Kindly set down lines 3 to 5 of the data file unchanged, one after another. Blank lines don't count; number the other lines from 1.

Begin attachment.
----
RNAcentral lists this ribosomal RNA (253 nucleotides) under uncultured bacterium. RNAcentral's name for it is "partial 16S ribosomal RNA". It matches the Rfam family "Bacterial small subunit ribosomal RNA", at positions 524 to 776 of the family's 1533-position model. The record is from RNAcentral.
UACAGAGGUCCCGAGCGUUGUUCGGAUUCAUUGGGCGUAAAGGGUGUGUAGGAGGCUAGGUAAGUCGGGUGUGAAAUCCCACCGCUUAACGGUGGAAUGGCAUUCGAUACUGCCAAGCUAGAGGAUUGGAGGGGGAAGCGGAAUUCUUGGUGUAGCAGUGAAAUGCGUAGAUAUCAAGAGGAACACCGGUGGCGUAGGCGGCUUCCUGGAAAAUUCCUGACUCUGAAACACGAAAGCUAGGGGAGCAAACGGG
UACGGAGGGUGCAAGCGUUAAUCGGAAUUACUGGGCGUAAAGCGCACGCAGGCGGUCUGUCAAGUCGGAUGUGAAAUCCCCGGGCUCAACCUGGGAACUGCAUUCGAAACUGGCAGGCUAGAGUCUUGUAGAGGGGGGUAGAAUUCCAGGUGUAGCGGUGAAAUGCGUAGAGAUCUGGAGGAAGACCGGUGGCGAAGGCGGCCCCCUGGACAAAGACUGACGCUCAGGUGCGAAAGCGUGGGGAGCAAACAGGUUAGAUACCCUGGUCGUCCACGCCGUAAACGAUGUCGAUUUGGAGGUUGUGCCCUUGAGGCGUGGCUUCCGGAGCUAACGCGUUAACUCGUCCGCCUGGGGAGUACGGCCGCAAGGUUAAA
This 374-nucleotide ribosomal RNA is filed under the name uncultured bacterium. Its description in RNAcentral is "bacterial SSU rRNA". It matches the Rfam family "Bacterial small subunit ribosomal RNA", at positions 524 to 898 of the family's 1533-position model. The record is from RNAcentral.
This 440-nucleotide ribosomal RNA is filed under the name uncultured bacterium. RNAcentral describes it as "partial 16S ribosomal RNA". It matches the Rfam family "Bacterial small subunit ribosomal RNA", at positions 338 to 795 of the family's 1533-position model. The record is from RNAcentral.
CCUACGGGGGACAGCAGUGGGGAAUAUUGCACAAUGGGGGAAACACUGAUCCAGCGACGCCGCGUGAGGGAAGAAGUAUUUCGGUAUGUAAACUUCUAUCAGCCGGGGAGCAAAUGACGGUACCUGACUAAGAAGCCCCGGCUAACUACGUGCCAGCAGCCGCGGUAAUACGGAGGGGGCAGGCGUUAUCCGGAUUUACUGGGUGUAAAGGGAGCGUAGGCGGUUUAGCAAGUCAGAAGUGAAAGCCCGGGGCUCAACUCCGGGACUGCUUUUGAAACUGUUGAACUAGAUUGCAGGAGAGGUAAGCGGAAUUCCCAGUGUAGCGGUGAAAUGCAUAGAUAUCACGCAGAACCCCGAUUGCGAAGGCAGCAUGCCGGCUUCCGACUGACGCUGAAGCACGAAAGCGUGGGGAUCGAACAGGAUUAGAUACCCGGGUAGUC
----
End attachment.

UACGGAGGGUGCAAGCGUUAAUCGGAAUUACUGGGCGUAAAGCGCACGCAGGCGGUCUGUCAAGUCGGAUGUGAAAUCCCCGGGCUCAACCUGGGAACUGCAUUCGAAACUGGCAGGCUAGAGUCUUGUAGAGGGGGGUAGAAUUCCAGGUGUAGCGGUGAAAUGCGUAGAGAUCUGGAGGAAGACCGGUGGCGAAGGCGGCCCCCUGGACAAAGACUGACGCUCAGGUGCGAAAGCGUGGGGAGCAAACAGGUUAGAUACCCUGGUCGUCCACGCCGUAAACGAUGUCGAUUUGGAGGUUGUGCCCUUGAGGCGUGGCUUCCGGAGCUAACGCGUUAACUCGUCCGCCUGGGGAGUACGGCCGCAAGGUUAAA
This 374-nucleotide ribosomal RNA is filed under the name uncultured bacterium. Its description in RNAcentral is "bacterial SSU rRNA". It matches the Rfam family "Bacterial small subunit ribosomal RNA", at positions 524 to 898 of the family's 1533-position model. The record is from RNAcentral.
This 440-nucleotide ribosomal RNA is filed under the name uncultured bacterium. RNAcentral describes it as "partial 16S ribosomal RNA". It matches the Rfam family "Bacterial small subunit ribosomal RNA", at positions 338 to 795 of the family's 1533-position model. The record is from RNAcentral.